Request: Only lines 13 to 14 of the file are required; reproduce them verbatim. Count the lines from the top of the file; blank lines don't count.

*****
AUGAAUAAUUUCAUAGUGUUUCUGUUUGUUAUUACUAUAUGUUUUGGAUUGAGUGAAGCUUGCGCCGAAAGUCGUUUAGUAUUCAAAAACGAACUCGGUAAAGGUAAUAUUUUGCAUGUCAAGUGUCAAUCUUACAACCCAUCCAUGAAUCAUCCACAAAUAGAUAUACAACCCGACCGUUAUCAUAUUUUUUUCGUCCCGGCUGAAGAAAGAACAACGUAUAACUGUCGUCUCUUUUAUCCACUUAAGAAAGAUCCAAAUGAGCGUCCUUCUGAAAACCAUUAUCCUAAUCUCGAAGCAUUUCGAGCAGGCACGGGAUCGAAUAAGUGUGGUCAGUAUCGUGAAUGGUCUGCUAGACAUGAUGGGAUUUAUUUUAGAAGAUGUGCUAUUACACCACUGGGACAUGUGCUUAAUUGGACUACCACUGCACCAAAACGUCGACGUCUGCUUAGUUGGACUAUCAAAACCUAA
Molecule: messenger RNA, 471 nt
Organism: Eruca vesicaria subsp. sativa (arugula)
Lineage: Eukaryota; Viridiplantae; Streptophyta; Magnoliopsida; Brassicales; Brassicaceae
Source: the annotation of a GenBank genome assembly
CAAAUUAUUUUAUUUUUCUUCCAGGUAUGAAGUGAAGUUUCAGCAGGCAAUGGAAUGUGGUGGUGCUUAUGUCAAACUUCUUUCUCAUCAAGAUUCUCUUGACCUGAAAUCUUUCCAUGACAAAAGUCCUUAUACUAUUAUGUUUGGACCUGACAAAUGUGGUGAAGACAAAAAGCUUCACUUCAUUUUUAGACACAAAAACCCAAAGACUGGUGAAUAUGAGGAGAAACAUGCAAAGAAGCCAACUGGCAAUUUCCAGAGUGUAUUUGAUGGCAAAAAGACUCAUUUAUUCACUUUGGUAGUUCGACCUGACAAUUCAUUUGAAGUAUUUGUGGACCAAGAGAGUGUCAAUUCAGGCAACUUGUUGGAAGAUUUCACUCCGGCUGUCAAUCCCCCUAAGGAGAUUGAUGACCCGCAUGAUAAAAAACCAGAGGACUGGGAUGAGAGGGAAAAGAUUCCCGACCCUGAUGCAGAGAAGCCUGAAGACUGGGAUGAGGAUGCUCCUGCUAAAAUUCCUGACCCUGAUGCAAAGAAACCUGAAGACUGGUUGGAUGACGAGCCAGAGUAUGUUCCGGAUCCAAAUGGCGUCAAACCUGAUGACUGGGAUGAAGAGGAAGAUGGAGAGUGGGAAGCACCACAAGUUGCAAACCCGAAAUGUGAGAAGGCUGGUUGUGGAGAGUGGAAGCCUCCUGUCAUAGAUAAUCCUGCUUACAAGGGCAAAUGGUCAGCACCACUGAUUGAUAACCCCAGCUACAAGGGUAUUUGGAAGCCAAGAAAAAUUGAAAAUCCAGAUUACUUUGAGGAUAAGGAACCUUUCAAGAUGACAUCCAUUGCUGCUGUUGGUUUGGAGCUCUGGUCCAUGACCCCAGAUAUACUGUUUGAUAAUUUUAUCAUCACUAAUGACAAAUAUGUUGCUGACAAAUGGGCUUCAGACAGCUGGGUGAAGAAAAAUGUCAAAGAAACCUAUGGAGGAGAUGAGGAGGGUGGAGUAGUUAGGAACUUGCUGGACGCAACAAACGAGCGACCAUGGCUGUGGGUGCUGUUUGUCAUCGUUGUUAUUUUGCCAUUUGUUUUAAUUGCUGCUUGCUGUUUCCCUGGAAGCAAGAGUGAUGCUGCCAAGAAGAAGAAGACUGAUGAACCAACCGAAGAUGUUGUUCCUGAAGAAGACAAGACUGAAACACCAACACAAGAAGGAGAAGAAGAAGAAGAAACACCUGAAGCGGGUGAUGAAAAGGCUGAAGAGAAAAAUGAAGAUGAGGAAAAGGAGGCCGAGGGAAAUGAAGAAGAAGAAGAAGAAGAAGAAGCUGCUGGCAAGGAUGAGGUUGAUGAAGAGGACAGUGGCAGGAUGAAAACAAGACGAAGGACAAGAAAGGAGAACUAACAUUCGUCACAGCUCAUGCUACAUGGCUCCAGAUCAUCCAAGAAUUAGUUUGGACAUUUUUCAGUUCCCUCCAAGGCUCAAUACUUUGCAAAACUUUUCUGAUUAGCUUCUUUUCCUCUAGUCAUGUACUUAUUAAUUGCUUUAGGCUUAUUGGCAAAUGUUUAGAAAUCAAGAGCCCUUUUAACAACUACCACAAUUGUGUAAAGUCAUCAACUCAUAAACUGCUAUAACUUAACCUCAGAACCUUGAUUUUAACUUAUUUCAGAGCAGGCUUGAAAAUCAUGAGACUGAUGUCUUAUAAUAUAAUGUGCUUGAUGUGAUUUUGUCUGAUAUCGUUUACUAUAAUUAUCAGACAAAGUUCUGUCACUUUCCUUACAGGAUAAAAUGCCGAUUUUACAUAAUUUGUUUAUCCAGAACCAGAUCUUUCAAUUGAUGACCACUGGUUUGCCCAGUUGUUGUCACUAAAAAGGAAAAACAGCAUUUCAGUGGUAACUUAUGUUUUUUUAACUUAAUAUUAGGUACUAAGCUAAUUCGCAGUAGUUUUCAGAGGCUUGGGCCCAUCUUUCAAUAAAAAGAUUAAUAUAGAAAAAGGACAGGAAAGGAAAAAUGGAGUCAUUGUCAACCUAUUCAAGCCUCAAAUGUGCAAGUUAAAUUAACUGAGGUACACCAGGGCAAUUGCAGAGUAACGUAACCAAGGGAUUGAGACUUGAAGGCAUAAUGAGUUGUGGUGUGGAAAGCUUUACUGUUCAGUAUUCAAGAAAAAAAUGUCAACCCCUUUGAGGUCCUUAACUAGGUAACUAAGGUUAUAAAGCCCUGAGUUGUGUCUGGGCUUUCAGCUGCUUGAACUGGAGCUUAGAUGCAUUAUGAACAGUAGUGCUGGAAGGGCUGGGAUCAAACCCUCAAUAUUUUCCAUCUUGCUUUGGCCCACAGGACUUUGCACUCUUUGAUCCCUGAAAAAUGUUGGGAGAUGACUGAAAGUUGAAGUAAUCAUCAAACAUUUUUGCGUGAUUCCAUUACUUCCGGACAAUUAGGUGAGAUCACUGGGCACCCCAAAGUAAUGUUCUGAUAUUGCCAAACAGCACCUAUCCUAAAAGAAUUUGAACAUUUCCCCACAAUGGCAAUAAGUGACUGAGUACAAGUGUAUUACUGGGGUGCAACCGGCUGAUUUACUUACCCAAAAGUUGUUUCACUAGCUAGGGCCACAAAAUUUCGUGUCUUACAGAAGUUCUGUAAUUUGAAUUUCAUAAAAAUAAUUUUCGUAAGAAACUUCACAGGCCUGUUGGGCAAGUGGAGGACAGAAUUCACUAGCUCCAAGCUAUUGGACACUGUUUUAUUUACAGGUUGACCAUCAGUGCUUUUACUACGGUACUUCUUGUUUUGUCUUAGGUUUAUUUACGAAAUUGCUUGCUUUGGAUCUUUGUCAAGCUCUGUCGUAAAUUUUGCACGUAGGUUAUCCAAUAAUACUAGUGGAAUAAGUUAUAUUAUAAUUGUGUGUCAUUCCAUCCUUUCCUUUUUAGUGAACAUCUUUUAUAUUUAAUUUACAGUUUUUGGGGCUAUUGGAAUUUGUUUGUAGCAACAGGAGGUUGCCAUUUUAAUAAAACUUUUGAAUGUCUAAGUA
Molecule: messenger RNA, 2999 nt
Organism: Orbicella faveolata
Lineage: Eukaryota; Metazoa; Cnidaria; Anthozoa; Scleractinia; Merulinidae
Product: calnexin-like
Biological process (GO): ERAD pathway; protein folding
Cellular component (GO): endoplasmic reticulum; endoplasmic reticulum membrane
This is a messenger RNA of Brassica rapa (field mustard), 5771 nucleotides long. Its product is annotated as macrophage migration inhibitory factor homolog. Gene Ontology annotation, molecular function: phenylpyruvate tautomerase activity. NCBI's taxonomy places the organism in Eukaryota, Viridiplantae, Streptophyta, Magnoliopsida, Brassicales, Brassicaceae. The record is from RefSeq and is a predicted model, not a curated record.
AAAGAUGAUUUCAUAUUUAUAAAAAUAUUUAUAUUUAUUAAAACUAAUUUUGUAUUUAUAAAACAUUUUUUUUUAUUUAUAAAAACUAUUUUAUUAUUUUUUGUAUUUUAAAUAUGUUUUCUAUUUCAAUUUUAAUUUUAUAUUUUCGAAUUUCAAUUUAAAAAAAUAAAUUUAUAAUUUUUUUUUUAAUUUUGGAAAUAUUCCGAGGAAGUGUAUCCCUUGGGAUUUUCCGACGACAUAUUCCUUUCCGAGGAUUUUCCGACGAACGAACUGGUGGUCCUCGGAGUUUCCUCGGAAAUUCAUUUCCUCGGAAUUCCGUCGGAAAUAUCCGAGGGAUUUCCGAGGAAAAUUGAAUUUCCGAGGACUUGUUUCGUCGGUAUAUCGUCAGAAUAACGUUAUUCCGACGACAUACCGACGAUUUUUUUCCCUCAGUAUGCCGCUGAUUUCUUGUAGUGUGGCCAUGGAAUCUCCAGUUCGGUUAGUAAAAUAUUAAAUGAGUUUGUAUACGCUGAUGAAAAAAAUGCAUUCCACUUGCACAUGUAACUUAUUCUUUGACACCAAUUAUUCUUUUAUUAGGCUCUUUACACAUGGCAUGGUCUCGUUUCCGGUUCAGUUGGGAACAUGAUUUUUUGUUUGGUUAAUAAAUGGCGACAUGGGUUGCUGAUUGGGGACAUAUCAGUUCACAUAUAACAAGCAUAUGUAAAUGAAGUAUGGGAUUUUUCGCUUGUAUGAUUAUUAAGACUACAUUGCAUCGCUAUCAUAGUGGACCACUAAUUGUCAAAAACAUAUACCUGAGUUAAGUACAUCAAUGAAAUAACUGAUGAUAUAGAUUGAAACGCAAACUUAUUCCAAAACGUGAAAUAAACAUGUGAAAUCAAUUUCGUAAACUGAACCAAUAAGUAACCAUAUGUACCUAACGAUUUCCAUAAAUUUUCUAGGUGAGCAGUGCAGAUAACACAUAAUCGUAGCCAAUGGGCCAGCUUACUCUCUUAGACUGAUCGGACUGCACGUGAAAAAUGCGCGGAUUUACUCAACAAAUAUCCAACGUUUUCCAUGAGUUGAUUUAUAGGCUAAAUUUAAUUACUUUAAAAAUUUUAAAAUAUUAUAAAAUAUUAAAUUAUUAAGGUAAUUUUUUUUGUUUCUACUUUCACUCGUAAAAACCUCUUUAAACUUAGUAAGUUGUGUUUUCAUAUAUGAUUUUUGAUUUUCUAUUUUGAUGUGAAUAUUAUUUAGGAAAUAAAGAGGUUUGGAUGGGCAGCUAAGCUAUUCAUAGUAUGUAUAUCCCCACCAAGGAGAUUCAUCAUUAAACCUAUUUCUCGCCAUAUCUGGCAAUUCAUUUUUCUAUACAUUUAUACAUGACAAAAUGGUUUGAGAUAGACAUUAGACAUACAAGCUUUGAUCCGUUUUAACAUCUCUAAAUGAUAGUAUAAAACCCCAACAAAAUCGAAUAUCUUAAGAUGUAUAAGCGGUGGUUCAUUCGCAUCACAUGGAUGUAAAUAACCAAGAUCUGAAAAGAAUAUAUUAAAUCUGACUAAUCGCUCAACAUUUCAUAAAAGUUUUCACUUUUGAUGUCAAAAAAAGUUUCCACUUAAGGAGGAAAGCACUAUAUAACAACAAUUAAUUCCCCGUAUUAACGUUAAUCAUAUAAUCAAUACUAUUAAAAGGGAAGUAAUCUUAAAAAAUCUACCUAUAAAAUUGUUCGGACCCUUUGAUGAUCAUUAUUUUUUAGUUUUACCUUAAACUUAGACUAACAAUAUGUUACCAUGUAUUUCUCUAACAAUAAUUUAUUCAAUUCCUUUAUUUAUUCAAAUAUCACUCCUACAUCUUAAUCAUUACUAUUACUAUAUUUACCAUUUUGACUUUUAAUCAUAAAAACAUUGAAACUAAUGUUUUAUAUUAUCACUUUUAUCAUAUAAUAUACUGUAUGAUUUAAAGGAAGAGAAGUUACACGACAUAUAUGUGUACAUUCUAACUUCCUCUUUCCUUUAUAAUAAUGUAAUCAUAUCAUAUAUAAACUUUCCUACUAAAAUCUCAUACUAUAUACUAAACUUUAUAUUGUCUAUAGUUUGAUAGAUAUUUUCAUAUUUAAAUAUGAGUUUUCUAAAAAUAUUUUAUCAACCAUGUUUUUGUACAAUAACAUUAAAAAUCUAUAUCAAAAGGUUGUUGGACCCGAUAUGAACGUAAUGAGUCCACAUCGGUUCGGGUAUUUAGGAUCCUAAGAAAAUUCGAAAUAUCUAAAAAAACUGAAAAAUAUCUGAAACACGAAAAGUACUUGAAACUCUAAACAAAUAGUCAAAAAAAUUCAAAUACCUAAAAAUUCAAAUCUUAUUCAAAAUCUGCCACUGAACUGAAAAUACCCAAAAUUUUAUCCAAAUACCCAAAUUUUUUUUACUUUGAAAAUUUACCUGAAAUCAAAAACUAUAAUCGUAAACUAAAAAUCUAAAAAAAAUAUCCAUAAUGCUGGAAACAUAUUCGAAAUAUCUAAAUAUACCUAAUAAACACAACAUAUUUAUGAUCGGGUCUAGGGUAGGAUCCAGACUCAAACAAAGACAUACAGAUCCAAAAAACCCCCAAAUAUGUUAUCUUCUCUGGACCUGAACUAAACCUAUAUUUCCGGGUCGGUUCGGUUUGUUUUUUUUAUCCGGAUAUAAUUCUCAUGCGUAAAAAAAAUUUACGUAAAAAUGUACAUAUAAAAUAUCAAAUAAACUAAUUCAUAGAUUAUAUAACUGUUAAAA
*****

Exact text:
This is a messenger RNA of Brassica rapa (field mustard), 5771 nucleotides long. Its product is annotated as macrophage migration inhibitory factor homolog. Gene Ontology annotation, molecular function: phenylpyruvate tautomerase activity. NCBI's taxonomy places the organism in Eukaryota, Viridiplantae, Streptophyta, Magnoliopsida, Brassicales, Brassicaceae. The record is from RefSeq and is a predicted model, not a curated record.
AAAGAUGAUUUCAUAUUUAUAAAAAUAUUUAUAUUUAUUAAAACUAAUUUUGUAUUUAUAAAACAUUUUUUUUUAUUUAUAAAAACUAUUUUAUUAUUUUUUGUAUUUUAAAUAUGUUUUCUAUUUCAAUUUUAAUUUUAUAUUUUCGAAUUUCAAUUUAAAAAAAUAAAUUUAUAAUUUUUUUUUUAAUUUUGGAAAUAUUCCGAGGAAGUGUAUCCCUUGGGAUUUUCCGACGACAUAUUCCUUUCCGAGGAUUUUCCGACGAACGAACUGGUGGUCCUCGGAGUUUCCUCGGAAAUUCAUUUCCUCGGAAUUCCGUCGGAAAUAUCCGAGGGAUUUCCGAGGAAAAUUGAAUUUCCGAGGACUUGUUUCGUCGGUAUAUCGUCAGAAUAACGUUAUUCCGACGACAUACCGACGAUUUUUUUCCCUCAGUAUGCCGCUGAUUUCUUGUAGUGUGGCCAUGGAAUCUCCAGUUCGGUUAGUAAAAUAUUAAAUGAGUUUGUAUACGCUGAUGAAAAAAAUGCAUUCCACUUGCACAUGUAACUUAUUCUUUGACACCAAUUAUUCUUUUAUUAGGCUCUUUACACAUGGCAUGGUCUCGUUUCCGGUUCAGUUGGGAACAUGAUUUUUUGUUUGGUUAAUAAAUGGCGACAUGGGUUGCUGAUUGGGGACAUAUCAGUUCACAUAUAACAAGCAUAUGUAAAUGAAGUAUGGGAUUUUUCGCUUGUAUGAUUAUUAAGACUACAUUGCAUCGCUAUCAUAGUGGACCACUAAUUGUCAAAAACAUAUACCUGAGUUAAGUACAUCAAUGAAAUAACUGAUGAUAUAGAUUGAAACGCAAACUUAUUCCAAAACGUGAAAUAAACAUGUGAAAUCAAUUUCGUAAACUGAACCAAUAAGUAACCAUAUGUACCUAACGAUUUCCAUAAAUUUUCUAGGUGAGCAGUGCAGAUAACACAUAAUCGUAGCCAAUGGGCCAGCUUACUCUCUUAGACUGAUCGGACUGCACGUGAAAAAUGCGCGGAUUUACUCAACAAAUAUCCAACGUUUUCCAUGAGUUGAUUUAUAGGCUAAAUUUAAUUACUUUAAAAAUUUUAAAAUAUUAUAAAAUAUUAAAUUAUUAAGGUAAUUUUUUUUGUUUCUACUUUCACUCGUAAAAACCUCUUUAAACUUAGUAAGUUGUGUUUUCAUAUAUGAUUUUUGAUUUUCUAUUUUGAUGUGAAUAUUAUUUAGGAAAUAAAGAGGUUUGGAUGGGCAGCUAAGCUAUUCAUAGUAUGUAUAUCCCCACCAAGGAGAUUCAUCAUUAAACCUAUUUCUCGCCAUAUCUGGCAAUUCAUUUUUCUAUACAUUUAUACAUGACAAAAUGGUUUGAGAUAGACAUUAGACAUACAAGCUUUGAUCCGUUUUAACAUCUCUAAAUGAUAGUAUAAAACCCCAACAAAAUCGAAUAUCUUAAGAUGUAUAAGCGGUGGUUCAUUCGCAUCACAUGGAUGUAAAUAACCAAGAUCUGAAAAGAAUAUAUUAAAUCUGACUAAUCGCUCAACAUUUCAUAAAAGUUUUCACUUUUGAUGUCAAAAAAAGUUUCCACUUAAGGAGGAAAGCACUAUAUAACAACAAUUAAUUCCCCGUAUUAACGUUAAUCAUAUAAUCAAUACUAUUAAAAGGGAAGUAAUCUUAAAAAAUCUACCUAUAAAAUUGUUCGGACCCUUUGAUGAUCAUUAUUUUUUAGUUUUACCUUAAACUUAGACUAACAAUAUGUUACCAUGUAUUUCUCUAACAAUAAUUUAUUCAAUUCCUUUAUUUAUUCAAAUAUCACUCCUACAUCUUAAUCAUUACUAUUACUAUAUUUACCAUUUUGACUUUUAAUCAUAAAAACAUUGAAACUAAUGUUUUAUAUUAUCACUUUUAUCAUAUAAUAUACUGUAUGAUUUAAAGGAAGAGAAGUUACACGACAUAUAUGUGUACAUUCUAACUUCCUCUUUCCUUUAUAAUAAUGUAAUCAUAUCAUAUAUAAACUUUCCUACUAAAAUCUCAUACUAUAUACUAAACUUUAUAUUGUCUAUAGUUUGAUAGAUAUUUUCAUAUUUAAAUAUGAGUUUUCUAAAAAUAUUUUAUCAACCAUGUUUUUGUACAAUAACAUUAAAAAUCUAUAUCAAAAGGUUGUUGGACCCGAUAUGAACGUAAUGAGUCCACAUCGGUUCGGGUAUUUAGGAUCCUAAGAAAAUUCGAAAUAUCUAAAAAAACUGAAAAAUAUCUGAAACACGAAAAGUACUUGAAACUCUAAACAAAUAGUCAAAAAAAUUCAAAUACCUAAAAAUUCAAAUCUUAUUCAAAAUCUGCCACUGAACUGAAAAUACCCAAAAUUUUAUCCAAAUACCCAAAUUUUUUUUACUUUGAAAAUUUACCUGAAAUCAAAAACUAUAAUCGUAAACUAAAAAUCUAAAAAAAAUAUCCAUAAUGCUGGAAACAUAUUCGAAAUAUCUAAAUAUACCUAAUAAACACAACAUAUUUAUGAUCGGGUCUAGGGUAGGAUCCAGACUCAAACAAAGACAUACAGAUCCAAAAAACCCCCAAAUAUGUUAUCUUCUCUGGACCUGAACUAAACCUAUAUUUCCGGGUCGGUUCGGUUUGUUUUUUUUAUCCGGAUAUAAUUCUCAUGCGUAAAAAAAAUUUACGUAAAAAUGUACAUAUAAAAUAUCAAAUAAACUAAUUCAUAGAUUAUAUAACUGUUAAAA